Accomodating Offcenter IF Filters

Digitally synthesized FM tuners normally use ceramic IF filters centered at 10.7 MHz. But the characteristics of individual filters vary. Murata specifies filter center frequency as 10.67 to 10.73 MHz. Outlier filters may make a tuner more susceptible to interference on one side of channel center than the other. Noncentered filters also can increase distortion and modulation-induced noise. You may encounter these issues with original filters or when upgrading to narrower filters to improve selectivity.

You can accomodate offcenter filters by offsetting the synthesized local oscillator to move the IF to the center of the filter passband. All that's necessary is to substitute a trimmer for a fixed capacitor in the reference-frequency crystal oscillator.

This shows the reference oscillator circuit of a Sony ST-S555ES tuner. The reference crystal is in the feedback loop of a CMOS amplifier within the synthesizer chip. I found the oscillator frequency to be most sensitive to C608, the shunt capacitor at the amplifier input on pin 3. I substituted a small trimmer capacitor for it.

This shows the trimmer installed in the tuner. To maximize modulation acceptance in narrow-IF mode, I adjusted it on a strong, overdeviated signal for symmetrical waveform clipping. An alternative is to adjust it on a weak signal for equal modulation-induced noise on positive and negative waveform tips. Perfectly symmetrical IF filters will simultaneously satisfy both conditions, but this seldom occurs. Adjust a single-bandwidth, wide-IF tuner for minimum stereo distortion.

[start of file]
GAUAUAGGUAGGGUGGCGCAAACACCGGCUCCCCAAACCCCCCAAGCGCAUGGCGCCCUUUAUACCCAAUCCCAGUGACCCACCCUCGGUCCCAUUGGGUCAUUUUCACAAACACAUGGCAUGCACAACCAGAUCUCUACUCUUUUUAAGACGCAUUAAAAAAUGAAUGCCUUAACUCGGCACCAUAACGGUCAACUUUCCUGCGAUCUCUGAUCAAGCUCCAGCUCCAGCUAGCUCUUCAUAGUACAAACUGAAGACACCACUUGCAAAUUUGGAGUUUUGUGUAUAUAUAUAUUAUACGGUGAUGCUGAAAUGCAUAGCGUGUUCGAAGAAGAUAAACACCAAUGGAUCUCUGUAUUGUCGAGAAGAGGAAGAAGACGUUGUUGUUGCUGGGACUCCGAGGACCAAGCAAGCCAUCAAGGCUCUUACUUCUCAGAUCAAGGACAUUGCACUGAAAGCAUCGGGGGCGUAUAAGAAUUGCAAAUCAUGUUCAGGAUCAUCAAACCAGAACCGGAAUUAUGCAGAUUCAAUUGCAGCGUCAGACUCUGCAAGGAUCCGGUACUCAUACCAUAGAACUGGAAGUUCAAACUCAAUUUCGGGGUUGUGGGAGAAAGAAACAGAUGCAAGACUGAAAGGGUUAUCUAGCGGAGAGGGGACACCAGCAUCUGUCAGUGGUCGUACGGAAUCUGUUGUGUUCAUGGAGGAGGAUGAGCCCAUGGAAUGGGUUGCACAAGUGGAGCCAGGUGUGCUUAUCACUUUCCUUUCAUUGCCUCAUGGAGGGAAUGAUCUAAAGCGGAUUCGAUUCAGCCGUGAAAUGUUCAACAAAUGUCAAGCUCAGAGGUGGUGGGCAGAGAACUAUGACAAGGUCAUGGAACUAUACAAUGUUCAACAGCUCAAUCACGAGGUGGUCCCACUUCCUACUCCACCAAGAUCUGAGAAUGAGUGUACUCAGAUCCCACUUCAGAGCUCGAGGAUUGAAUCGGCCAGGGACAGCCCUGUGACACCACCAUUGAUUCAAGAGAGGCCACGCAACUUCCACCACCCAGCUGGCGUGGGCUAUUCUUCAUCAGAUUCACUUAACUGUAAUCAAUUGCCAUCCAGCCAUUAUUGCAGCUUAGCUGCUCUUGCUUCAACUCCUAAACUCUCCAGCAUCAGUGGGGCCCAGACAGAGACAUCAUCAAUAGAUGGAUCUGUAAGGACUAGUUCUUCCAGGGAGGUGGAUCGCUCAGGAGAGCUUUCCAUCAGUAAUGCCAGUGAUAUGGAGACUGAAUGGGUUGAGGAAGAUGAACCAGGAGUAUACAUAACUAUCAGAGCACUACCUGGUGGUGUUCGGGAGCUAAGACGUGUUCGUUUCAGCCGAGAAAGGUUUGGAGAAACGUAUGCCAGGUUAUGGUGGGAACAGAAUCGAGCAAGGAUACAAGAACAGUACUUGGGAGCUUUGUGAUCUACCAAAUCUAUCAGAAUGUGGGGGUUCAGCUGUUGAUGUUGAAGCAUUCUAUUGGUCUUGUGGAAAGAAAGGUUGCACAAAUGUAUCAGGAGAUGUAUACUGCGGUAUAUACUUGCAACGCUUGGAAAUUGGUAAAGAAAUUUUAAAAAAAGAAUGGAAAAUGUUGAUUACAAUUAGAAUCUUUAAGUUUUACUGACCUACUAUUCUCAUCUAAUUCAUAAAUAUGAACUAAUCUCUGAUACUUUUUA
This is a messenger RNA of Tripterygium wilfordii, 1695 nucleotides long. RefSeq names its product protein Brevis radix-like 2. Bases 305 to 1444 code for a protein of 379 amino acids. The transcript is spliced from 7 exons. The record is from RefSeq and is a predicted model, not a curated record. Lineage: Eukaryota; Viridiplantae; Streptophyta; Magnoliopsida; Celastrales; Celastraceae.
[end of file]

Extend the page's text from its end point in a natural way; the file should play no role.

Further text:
Changing the synthesizer reference frequency alters the tuning-step size. While filter alignment will be exact only at one spot on the dial, the error will be no more than 10.7% of the filter offset if adjusted for zero at 97.5 MHz, the geometric center of the FM band. For example, if you correct a filter whose passband is offset 30 kHz, the alignment error will be zero at 97.5 MHz and 3.2 kHz at the band edges.


Novmber 6, 201188108 MHz